Time Series Analysis II

FORECASTING

Assumptions

The reason for isolating the trend within a time series is to be able to make a prediction of its future values and thus estimate the movement of the time series. Before looking at the various methods available to carry out this process, we must state two assumptions that must be made when forecasting:

That Conditions Remain Stable

Those conditions and factors which were apparent during the period over which the trend was calculated must be assumed to be unchanged over the period for which the forecast is made. If they do change, then the trend is likely to change with them, thus making any predictions inaccurate, e.g. forecasts of savings trends based on given interest rates will not be correct if there is a sudden change either up or down in these rates.

That Extra Factors Will Not Arise

It is sometimes the case that, when trends are predicted beyond the limits of the data from which they are calculated, extra factors will arise which influence the trend. For example, there is a limit to the number of washing machines that can be sold within a country. This capacity is a factor that must be considered when making projections of the future sales of washing machines. Therefore, in forecasting from a time series it must be assumed that such extra factors will not arise.

 

These assumptions are similar to those mentioned when we looked at the extrapolation of a regression line.

Methods of Forecasting

There are two main methods of forecasting, although both are primarily concerned with short-term forecasts because the assumptions mentioned previously will break down gradually for periods of longer than about a year.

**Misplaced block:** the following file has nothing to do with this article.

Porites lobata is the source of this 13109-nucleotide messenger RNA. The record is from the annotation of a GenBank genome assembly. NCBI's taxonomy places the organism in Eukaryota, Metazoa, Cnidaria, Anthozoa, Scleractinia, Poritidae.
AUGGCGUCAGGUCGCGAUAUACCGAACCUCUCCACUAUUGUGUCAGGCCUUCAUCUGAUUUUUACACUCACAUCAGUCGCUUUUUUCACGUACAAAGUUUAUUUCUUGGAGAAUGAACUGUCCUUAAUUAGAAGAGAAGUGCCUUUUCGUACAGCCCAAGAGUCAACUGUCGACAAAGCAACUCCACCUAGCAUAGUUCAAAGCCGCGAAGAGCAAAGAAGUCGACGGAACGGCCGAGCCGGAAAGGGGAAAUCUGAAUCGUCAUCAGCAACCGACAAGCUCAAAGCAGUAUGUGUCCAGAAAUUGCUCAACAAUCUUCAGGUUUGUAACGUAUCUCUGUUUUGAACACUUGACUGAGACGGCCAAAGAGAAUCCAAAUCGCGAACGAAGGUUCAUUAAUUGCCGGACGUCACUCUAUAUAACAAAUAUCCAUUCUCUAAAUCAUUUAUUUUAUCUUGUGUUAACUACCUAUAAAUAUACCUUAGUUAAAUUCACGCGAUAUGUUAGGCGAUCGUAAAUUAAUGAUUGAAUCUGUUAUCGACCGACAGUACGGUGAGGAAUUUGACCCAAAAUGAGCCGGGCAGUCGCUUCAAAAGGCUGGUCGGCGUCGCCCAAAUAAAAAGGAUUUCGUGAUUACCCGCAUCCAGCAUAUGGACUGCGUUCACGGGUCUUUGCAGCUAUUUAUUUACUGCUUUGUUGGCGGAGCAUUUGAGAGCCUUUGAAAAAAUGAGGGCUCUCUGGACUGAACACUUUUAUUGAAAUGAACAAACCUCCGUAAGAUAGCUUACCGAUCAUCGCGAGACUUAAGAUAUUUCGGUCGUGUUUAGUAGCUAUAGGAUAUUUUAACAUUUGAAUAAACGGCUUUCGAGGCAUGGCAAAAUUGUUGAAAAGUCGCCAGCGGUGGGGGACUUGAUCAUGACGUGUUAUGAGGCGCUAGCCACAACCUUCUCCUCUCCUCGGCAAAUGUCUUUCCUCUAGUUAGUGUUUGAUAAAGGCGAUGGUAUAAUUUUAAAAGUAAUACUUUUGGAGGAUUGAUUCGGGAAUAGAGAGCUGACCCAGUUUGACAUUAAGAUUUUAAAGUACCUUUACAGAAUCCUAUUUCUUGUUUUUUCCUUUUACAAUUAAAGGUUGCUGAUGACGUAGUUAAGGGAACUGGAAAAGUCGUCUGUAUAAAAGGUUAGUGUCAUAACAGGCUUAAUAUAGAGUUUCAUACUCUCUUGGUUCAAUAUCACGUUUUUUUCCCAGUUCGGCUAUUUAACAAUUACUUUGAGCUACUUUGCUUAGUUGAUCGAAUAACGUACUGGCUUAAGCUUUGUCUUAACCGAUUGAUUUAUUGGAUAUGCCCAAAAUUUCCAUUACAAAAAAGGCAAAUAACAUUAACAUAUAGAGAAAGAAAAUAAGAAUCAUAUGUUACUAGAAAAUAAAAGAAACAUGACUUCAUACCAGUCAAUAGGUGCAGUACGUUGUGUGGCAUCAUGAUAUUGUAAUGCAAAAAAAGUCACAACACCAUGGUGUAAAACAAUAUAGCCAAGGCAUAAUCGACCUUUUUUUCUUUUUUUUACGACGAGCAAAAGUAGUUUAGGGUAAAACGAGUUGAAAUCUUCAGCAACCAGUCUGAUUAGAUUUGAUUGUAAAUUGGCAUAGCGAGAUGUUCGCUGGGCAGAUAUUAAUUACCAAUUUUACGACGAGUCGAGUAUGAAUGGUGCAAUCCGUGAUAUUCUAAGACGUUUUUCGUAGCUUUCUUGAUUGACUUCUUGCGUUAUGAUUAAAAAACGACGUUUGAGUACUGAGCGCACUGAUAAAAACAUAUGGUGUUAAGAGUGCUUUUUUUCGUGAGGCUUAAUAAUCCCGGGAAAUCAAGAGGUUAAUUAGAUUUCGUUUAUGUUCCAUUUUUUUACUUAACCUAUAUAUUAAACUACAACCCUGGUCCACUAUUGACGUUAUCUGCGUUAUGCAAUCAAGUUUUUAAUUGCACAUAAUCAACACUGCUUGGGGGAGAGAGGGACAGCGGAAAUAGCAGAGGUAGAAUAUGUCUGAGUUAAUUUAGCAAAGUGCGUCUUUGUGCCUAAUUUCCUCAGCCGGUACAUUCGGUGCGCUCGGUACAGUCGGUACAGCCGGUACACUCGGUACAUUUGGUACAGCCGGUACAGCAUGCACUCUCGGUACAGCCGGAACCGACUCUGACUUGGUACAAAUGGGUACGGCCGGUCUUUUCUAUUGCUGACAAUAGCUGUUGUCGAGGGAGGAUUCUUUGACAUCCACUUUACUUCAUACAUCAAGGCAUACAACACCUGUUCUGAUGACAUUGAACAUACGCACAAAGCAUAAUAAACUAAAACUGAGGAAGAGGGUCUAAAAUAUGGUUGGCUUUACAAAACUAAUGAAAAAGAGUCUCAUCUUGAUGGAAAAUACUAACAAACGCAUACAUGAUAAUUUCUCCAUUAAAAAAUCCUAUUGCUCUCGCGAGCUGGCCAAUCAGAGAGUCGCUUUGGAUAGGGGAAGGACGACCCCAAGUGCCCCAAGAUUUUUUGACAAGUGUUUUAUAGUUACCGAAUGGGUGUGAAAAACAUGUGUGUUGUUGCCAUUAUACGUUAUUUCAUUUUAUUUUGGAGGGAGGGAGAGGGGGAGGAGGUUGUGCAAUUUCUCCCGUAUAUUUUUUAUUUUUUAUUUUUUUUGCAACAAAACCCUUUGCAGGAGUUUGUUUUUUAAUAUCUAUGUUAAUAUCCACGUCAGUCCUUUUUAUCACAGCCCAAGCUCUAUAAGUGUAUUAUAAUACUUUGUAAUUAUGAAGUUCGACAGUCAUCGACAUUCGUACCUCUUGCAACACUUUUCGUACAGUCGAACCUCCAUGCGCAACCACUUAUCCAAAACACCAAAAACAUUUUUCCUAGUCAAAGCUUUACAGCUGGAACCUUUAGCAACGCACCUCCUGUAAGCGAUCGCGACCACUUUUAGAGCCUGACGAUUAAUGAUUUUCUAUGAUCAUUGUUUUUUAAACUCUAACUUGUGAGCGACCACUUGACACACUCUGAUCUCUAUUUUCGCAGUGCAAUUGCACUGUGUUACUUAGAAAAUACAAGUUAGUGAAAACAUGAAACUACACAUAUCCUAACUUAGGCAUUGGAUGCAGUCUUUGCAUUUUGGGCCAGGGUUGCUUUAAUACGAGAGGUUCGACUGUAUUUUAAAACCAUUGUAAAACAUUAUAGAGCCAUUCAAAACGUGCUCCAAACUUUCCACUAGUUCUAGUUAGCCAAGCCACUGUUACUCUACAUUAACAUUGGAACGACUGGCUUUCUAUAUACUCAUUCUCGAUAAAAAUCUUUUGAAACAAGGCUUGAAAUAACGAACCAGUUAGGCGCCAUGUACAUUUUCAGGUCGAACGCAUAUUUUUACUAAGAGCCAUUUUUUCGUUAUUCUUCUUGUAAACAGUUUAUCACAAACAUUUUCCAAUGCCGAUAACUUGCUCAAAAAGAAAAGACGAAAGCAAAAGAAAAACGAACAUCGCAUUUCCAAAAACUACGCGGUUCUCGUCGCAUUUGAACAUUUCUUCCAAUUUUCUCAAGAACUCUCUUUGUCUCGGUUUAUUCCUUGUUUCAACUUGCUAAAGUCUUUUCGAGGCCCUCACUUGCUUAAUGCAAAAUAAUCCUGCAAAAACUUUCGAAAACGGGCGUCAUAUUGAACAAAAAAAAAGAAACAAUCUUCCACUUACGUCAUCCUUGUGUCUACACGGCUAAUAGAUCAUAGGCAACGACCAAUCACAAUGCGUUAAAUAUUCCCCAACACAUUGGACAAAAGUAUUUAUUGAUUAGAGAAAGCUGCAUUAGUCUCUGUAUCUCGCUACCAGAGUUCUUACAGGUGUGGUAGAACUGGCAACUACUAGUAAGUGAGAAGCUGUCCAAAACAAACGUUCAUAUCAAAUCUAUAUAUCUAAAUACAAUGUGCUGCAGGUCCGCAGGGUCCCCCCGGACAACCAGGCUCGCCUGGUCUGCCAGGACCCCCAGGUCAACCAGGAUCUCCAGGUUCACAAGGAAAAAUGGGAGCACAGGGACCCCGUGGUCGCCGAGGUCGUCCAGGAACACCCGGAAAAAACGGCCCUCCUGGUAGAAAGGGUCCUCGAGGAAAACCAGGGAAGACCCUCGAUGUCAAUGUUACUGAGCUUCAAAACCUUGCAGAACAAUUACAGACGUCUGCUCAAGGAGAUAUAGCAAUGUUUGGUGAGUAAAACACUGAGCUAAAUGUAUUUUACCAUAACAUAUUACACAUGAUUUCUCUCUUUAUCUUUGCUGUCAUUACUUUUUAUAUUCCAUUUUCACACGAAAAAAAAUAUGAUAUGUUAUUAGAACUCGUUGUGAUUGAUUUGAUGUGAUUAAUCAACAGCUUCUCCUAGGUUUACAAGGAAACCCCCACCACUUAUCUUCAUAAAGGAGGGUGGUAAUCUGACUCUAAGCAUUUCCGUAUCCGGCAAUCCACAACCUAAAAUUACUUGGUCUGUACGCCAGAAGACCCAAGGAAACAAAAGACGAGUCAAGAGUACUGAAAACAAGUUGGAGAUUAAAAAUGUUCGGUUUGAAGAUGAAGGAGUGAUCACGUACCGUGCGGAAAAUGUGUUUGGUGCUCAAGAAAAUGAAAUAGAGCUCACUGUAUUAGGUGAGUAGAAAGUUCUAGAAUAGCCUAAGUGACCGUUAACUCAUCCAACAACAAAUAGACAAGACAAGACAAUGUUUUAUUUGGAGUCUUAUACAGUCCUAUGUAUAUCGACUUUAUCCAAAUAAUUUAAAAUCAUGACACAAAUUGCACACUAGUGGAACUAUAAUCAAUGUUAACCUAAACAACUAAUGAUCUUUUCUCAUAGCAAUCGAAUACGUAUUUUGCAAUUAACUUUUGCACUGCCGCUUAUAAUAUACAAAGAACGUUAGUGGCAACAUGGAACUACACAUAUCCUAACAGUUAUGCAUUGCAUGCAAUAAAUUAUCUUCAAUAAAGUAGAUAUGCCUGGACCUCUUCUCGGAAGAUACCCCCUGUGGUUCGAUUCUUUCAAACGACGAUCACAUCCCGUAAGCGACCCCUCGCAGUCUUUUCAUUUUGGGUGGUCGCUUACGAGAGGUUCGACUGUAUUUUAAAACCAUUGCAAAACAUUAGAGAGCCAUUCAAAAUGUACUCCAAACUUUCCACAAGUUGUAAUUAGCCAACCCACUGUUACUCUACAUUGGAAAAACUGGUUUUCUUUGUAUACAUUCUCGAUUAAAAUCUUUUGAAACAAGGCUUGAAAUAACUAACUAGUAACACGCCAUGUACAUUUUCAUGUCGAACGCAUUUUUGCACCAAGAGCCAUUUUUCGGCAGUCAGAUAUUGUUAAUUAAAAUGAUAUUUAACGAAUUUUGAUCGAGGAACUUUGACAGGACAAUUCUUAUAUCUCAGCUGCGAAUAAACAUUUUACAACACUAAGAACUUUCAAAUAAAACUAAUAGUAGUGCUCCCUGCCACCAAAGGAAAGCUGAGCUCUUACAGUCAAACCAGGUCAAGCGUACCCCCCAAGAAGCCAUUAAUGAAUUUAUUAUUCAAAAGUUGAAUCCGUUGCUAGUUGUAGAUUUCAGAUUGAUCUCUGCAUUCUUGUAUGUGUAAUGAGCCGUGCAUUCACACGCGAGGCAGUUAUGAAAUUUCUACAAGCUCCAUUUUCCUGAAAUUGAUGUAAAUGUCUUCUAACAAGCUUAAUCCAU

Moving Averages Method

This method involves extending the moving average trend line drawn on the historigram of the time series. The trend line is extended by assuming that the gradient remains the same as that calculated from the data. The further forward you extend it, the more unreliable becomes the forecast.

THE Z-CHART

We will conclude this study unit with a short description of a particular type of chart which plots a time series, called a Z-Chart. It is basically a means of showing three sets of data relating to the performance of an organisation over time. The three sets of data are plotted on the same chart and should be kept up-to-date. The graphs are:

 

  • The plot of the current data, be it monthly, quarterly or daily.
  • The cumulative plot of the current data.
  • The moving total plot of the data.

It is often used to keep senior management informed of business developments. As an example we will plot a Z-Chart for the sales of premium bonds in 19.5 using the data of the table below with the sales broken down into months. the table also shows the cumulative monthly sales and the moving annual totals. Note that the scale used for (a) is shown on the right of the chart and is twice that used for (b) and (c) so that the fluctuations in monthly sales show up more clearly. This is a device often used so that the chart is not too large.

SUMMARY

In this study unit and the previous one we discussed the main models used to analyse time series. We began by identifying the various factors into which a time series may be divided in order to use these models, and went on to show how to separate a time series into these constituent factors. This is an important subject and you should particularly note the following points:

− Set out all calculations systematically in tables.

− The layout of the table used for calculation of centred moving averages is very important for all models.

You must learn thoroughly the method of calculating and adjusting seasonal variations for all models.

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